Dave Robicheaux battles the most diabolical villain he has ever faced in this atmospheric thriller.
Sadist and serial killer Asa Surrette narrowly escaped the death penalty for the string of heinous murders he committed while capital punishment was outlawed in Kansas. But following a series of damning articles written by Dave Robicheaux’s daughter Alafair, Surrette escapes from a prison transport van and heads to Montana, where an unsuspecting Dave—along with Alafair; Dave’s wife, Molly; Dave’s faithful partner Clete; and Clete’s newfound daughter, Gretchen Horowitz—have come to take in the sweet summer air.
Surrette may be even worse than Dave’s old enemy Legion Guidry, a man Dave suspected might very well be the devil incarnate. But before Dave can stop Surrette from harming those he loves most, he’ll have to do battle with Love Younger, an enigmatic petrochemical magnate seeking to build an oil pipeline from Alberta to Texas, and Wyatt Dixon, a rodeo clown with a dark past whom Burke fans will recall from his Billy Bob Holland novels.
Drawing on real events that took place in Wichita, Kansas, over a twenty-year span, Light of the World “reaffirms Robicheaux’s status as one of the most successfully sustained creations in contemporary crime fiction” (The Washington Post Book World).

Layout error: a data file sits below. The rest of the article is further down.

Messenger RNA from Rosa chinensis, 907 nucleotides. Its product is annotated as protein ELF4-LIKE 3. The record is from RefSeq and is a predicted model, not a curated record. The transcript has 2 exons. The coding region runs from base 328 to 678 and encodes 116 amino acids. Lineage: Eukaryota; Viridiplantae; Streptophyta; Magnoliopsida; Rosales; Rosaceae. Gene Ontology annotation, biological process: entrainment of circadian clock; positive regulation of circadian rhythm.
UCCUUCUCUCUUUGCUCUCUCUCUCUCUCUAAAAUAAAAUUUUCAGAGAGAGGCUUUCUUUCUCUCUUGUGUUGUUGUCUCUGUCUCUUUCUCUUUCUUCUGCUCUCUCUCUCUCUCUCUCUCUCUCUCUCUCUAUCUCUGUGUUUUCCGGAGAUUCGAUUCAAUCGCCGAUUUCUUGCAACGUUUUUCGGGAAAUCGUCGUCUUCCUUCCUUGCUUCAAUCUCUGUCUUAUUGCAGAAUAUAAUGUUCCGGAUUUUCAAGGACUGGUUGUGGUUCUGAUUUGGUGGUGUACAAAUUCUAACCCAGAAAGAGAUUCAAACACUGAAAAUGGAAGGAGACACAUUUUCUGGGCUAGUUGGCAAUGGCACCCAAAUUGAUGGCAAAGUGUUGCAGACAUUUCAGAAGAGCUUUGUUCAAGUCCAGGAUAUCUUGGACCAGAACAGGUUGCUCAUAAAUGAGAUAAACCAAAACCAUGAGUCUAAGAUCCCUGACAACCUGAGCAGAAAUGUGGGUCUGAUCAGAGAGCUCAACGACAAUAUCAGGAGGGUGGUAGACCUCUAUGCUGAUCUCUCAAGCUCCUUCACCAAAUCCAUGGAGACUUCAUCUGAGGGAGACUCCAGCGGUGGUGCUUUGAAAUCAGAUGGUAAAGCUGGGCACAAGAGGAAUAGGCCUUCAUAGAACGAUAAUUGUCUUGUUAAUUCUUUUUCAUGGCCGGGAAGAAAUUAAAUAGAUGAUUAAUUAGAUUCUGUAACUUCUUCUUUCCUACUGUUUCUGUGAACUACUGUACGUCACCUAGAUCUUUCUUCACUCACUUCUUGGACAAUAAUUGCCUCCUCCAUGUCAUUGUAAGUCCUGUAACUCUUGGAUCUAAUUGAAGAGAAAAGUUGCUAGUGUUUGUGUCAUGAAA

Bestseller Burke's 20th Dave Robicheaux novel (after 2012's Creole Belle), a powerful meditation on the nature and smell of evil, finds the Louisiana sheriff's detective on vacation in Montana with family and friends. There they are hounded and haunted by a psychopathic serial killer, Asa Surrette, believed to have been killed in a prison van accident. Surrette has a fate worse than death in mind for Robicheaux's journalist daughter, who interviewed him in prison. Meanwhile, his friend's daughter, one of the most damaged women in detective fiction, is working on a documentary on shale oil extraction, earning her some powerful enemies. This book could easily have been subtitled "Daddies, Don't Bring Your Daughters to Montana," as people don't just get killed: they're tortured, disfigured, and eviscerated. Robicheaux himself remains haunted by his experiences in Vietnam. But even as the stomach roils, the fingers keep turning the pages because the much-honored Burke (two Edgars, a Guggenheim Fellowship) is a master storyteller.